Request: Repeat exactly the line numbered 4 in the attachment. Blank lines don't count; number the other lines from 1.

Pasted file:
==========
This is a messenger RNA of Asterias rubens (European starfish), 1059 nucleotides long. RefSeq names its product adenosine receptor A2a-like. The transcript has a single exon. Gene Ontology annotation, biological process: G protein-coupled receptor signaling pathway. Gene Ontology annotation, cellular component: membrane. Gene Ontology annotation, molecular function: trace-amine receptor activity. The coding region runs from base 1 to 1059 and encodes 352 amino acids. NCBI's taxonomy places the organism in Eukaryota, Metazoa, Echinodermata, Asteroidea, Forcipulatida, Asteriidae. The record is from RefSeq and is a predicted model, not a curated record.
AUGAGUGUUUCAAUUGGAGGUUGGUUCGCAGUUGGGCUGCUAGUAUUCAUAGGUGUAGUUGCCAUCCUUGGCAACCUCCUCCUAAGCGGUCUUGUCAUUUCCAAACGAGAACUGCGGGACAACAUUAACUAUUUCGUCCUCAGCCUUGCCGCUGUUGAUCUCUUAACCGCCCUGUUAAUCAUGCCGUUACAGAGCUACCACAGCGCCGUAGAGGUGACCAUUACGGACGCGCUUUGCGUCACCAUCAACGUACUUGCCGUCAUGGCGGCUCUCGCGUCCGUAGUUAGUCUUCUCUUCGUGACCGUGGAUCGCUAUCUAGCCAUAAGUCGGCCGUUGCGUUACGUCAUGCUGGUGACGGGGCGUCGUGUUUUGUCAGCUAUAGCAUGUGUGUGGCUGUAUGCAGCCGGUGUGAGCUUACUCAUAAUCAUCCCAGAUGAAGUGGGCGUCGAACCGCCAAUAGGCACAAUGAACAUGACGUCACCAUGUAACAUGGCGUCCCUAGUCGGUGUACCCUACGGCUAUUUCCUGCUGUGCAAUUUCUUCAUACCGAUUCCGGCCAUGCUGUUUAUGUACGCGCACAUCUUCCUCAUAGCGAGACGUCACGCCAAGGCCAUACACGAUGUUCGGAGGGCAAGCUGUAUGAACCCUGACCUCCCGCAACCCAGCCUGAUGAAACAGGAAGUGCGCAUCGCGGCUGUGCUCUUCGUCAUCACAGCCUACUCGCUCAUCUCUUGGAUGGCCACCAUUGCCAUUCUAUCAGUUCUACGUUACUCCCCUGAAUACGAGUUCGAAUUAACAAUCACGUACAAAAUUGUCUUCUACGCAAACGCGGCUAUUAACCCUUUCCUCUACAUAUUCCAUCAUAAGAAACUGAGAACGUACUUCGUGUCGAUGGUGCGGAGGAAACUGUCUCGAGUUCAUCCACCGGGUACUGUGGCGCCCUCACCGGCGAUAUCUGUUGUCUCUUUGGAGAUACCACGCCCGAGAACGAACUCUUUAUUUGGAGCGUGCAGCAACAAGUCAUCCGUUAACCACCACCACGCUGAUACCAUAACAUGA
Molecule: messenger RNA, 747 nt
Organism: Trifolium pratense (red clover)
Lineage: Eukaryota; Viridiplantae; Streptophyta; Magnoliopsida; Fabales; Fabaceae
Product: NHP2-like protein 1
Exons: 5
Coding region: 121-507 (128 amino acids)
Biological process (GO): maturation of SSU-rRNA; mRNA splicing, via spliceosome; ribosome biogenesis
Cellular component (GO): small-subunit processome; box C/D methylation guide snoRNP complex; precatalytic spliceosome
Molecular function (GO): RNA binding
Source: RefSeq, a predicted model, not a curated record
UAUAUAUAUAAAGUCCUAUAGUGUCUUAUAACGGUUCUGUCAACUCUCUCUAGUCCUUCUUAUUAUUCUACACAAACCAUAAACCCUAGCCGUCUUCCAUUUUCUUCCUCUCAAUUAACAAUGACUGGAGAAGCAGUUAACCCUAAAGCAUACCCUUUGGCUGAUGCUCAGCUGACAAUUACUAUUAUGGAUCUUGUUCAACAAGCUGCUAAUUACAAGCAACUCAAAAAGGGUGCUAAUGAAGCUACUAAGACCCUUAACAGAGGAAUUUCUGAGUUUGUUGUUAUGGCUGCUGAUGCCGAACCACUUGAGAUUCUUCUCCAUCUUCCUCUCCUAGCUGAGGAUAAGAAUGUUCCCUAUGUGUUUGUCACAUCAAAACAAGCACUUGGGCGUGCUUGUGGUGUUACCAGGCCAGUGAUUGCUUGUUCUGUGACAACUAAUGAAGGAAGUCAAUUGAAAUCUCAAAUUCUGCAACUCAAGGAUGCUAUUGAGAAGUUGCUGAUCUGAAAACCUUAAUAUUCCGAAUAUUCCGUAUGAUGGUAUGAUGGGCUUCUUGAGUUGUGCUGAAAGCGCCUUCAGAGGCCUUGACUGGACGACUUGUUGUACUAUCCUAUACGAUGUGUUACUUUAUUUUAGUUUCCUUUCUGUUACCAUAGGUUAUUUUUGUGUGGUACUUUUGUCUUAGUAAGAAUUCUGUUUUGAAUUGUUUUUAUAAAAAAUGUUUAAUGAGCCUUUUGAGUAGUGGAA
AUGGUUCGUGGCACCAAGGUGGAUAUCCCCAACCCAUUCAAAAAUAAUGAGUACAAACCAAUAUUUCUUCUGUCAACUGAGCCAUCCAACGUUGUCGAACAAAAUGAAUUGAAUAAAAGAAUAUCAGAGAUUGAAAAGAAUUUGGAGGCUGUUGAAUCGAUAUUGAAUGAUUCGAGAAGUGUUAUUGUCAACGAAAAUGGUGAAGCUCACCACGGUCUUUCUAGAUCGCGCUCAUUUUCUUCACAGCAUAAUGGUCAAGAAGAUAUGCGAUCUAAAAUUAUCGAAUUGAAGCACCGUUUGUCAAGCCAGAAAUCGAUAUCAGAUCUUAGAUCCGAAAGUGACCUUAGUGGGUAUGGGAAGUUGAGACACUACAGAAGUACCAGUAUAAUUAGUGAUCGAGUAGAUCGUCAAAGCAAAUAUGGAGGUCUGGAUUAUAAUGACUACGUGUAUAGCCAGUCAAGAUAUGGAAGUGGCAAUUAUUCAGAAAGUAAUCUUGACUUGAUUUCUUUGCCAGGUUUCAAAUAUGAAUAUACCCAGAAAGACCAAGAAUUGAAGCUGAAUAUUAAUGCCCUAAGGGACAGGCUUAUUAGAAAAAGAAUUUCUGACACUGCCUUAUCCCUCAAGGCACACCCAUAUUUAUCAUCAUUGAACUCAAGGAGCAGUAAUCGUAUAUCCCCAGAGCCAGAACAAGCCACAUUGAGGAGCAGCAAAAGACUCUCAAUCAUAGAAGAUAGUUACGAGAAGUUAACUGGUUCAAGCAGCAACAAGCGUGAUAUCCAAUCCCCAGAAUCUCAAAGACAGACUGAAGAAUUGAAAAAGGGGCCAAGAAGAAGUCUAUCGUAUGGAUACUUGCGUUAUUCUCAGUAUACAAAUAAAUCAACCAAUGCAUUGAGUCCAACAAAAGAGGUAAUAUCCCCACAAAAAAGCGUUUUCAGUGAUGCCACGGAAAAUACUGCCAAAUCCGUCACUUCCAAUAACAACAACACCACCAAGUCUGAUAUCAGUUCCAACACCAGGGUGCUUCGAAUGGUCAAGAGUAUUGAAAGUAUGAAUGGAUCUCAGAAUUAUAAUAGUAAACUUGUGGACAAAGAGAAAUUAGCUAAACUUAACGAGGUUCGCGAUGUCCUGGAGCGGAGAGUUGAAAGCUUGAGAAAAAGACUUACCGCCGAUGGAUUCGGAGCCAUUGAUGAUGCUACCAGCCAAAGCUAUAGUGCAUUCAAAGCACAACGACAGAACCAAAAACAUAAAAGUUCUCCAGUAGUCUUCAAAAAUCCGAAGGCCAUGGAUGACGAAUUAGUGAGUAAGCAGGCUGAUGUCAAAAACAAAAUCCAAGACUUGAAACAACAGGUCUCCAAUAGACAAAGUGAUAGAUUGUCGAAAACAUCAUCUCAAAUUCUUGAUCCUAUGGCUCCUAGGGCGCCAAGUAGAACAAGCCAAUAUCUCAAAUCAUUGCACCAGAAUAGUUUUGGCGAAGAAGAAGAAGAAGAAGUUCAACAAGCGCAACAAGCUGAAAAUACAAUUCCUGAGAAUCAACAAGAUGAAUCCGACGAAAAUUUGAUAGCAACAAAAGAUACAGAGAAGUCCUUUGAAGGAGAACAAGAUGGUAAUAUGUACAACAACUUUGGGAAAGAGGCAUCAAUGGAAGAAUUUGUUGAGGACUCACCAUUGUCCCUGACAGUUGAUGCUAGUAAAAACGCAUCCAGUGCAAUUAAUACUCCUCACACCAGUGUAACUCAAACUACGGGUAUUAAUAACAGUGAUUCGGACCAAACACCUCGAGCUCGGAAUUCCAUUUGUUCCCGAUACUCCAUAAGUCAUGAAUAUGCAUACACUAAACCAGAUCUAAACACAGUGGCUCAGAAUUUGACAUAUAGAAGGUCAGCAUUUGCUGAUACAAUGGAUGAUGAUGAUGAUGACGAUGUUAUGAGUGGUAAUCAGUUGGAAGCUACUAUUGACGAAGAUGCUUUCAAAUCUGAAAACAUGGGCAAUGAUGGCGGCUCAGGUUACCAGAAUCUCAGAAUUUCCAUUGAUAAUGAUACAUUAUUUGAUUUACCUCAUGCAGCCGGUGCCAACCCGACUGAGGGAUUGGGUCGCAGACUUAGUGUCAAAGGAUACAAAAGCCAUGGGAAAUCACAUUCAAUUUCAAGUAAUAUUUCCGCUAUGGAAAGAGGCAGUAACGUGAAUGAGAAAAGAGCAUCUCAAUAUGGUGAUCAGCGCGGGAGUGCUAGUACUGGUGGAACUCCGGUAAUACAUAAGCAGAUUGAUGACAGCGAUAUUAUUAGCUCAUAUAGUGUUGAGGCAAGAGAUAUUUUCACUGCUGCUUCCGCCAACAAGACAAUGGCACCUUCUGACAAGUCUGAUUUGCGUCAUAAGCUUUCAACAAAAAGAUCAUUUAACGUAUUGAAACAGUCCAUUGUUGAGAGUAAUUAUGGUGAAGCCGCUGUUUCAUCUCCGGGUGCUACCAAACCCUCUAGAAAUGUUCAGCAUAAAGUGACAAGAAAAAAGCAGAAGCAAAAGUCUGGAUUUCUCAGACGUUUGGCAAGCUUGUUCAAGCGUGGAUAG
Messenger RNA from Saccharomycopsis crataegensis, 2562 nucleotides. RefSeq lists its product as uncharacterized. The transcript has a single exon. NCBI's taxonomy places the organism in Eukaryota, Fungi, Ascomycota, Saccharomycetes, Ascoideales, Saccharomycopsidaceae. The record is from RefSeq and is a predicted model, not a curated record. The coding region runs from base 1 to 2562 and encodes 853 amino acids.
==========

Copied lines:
Organism: Trifolium pratense (red clover)